There’s an old saying in medicine, that all things are poison, the only difference between poison and medicine being the dose. Indeed this can be true when drugs are taken in the wrong amounts or in the wrong conditions. Even when used properly, all drugs carry risks of side effects. They may be habit forming, damage neurons or (semi)permanently alter neurotransmitter levels. They may weaken the body's natural defenses. Any chemical or substance has a level at which it becomes more harmful than helpful to the human body. Psychedelics can certainly be draining mentally and physically, and do cause long term changes in brain chemistry. But the operative question, as it should be with all medicine, is “is this substance doing enough good to offset the bad?” The body of evidence suggests that, yes, at medically-approved doses and with accompanying therapy, the use of most psychedelics has a very good safety and side-effect profile. In trials with substances from LSD to psilocybin containing “magic” mushrooms to MDMA, the reported negative effects, even in long-term followup studies, have been less severe than many prescription medications already in use.
Of the more than 40,000 people studied (with LSD, mescaline, and psilocybin) before the prohibition of most psychedelic research, and the several hundred who have taken part in very limited trials (mostly with MDMA) as restrictions have eased over the last few years, almost no one has reported serious long-term health consequences of the kinds reported to be brought on by heavy recreational use.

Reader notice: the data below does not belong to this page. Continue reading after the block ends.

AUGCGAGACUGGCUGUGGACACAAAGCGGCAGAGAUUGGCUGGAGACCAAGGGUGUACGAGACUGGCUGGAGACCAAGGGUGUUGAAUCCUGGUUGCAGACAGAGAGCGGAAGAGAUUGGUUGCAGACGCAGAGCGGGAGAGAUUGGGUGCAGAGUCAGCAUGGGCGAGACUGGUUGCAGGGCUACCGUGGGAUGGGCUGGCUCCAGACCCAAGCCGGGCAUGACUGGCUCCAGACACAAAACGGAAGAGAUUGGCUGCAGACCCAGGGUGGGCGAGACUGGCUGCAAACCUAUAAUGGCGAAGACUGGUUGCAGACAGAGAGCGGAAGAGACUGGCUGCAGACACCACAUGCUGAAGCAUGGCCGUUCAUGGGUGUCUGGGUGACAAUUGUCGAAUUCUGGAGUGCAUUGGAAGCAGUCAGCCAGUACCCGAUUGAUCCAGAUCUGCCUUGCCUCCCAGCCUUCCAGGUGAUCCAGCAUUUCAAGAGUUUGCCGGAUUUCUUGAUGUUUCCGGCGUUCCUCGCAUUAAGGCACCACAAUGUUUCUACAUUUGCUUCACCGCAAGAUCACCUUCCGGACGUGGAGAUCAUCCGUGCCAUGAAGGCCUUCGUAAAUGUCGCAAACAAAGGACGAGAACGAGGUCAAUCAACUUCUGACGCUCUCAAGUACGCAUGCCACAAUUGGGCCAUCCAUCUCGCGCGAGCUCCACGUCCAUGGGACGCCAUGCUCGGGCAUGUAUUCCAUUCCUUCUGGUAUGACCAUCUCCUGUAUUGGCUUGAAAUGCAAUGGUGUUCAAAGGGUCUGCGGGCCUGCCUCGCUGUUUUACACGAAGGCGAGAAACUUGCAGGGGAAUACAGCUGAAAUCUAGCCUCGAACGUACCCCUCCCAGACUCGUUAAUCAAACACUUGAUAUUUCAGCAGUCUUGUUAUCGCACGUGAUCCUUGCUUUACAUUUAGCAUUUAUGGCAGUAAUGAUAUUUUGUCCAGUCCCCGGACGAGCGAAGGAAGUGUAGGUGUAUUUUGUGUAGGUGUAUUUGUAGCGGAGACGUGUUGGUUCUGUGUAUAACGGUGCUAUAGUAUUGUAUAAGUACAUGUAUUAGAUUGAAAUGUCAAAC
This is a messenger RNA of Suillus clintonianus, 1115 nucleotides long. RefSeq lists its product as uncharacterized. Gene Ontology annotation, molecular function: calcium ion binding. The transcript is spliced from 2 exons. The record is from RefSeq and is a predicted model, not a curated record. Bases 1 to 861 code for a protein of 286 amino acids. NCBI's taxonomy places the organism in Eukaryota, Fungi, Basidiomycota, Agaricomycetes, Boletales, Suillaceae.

What has been observed are some surprisingly high rates of benefits for hard-to-treat conditions like alcoholism, PTSD, anxiety about terminal illnesses, and other conditions. Many trials of psychedelics have been conducted on “treatment-resistant” populations of patients, often those who have already tried several other treatments over months or years without resolving their issues. In one famous study, a group of smokers, who had been averaging a pack a day for over 30 year, and tried to quit and average of six times, 60% were smoke-free a year after the study, compared to just a 35% success rate for the next most successful medication. In study after study about overcoming addictions, breaking neurotic habits, or adjusting to large life changes like illness and death, psychedelic-assisted therapy has been slowly creating a very positive picture of the potential of these substances to address some of the most difficult to treat and least understood psychological and social conditions that plague the western world.
Our newest Naked Facts book - MDMA Psychedelic Therapy - details the history, controversies, and effects of this largely repressed and unknown therapy. Look for it coming in print and digital forms to Amazon next week!